Tshego Explains Why He Left Family Tree: ‘I wanted someone to point a finger at’

Listen to Tshego's candid interview with The Sobering.

Tshego is about to release his debut album Pink Panther. As part of his press run, the South African hip-hop artist sat down with the hosts of The Sobering, one of the country's most consistent podcasts.

Among other issues, Tshego discussed leaving his previous home, Cassper Nyovest's label Family Tree. He's currently signed to Universal Music Group. His main reason for leaving Family Tree, he says, is that he needed to be in control of a lot of things in his career and needed a dedicated team to help him achieve his goals.


"I wanted to control when I drop," he said. "I wanted to control whether I get PR or marketing and how much I spend on this. I finally wanted someone to point a finger at. I wanted someone I can wake up in the morning and know that I can call that person ask them why hasn't this been done. I wanted to actually like, 'okay, it's time to move, I need to hit these marks,' but I needed people to be accountable to hit these marks. I can't hit these marks alone."

The artist revealed that his Family Tree deal was informal. "And this Family Tree environment," he continued, "I haven't signed anything. So, if I haven't signed anything, no one is responsible."

Tshego's interview with The Sobering is one of the most candid you'll listen to this year. The artist was brutally honest about his career and the music industry, opining on why artist development is a thing of the past, how he had to put in the years to get to where he is, among other things.

Tshego has been bubbling under since the early 2010s when he still went by the rather awkward name of Shag (The Gorilla) and being part of the collective Sotho Mafia.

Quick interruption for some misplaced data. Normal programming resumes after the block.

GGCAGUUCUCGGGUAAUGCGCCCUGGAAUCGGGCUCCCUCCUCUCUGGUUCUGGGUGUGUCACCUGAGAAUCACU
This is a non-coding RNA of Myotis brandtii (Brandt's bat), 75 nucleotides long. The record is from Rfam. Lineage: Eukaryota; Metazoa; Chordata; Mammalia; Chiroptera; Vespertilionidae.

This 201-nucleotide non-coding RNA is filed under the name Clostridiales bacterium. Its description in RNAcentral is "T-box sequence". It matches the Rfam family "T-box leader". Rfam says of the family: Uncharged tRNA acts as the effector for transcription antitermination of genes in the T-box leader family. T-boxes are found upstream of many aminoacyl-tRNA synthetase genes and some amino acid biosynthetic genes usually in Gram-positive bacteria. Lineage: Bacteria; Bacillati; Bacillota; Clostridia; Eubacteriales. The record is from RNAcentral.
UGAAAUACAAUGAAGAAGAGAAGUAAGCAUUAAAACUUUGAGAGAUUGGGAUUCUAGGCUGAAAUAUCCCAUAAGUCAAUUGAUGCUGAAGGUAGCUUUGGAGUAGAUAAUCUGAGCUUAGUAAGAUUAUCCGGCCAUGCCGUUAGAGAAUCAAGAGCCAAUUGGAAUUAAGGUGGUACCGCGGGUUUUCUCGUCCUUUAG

The artist has grown to be one of the most respected, working with the likes of Cassper Nyovest, Nasty C, Gemini Major, Nadia Nakai and more. His EP Since 1990, which he considers a classic, was released in 2017, and is a true gem.

After announcing his signing with Universal last month, Tshego released the single "No Ties" featuring King Monada. It's a smash.

Listen to Tshego's full interview with The Sobering below and pre-order/pre-save Pink Panther underneath.




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Artwork: Barthélémy Toguo Lockdown Selfportrait 10, 2020. Courtesy Galerie Lelong & Co

1-54 Contemporary African Art Fair Goes to Paris in 2021

The longstanding celebration of African art will be hosted by Parisian hot spot Christie's for the first time ever.

In admittedly unideal circumstances, 1-54 Contemporary African Art Fair will be touching French soil in 2021. The internationally celebrated art fair devoted to contemporary art from Africa and the African diaspora will be hosted in Paris, France from January 20 - 23. With COVID-19 still having its way around the globe, finding new ways to connect is what it's all about and 1-54 is certainly taking the innovative steps to keep African art alive and well.
In partnership with Christie's, the in-person exhibits will take place at the auction house's city HQ at Avenue Matignon, while 20 international exhibitors will be featured online at Christies.com. And the fun doesn't stop there as the collaboration has brought in new ways to admire the talent from participating galleries from across Africa and Europe. The fair's multi-disciplinary program of talks, screenings, performances, workshops, and readings are set to excite and entice revelers.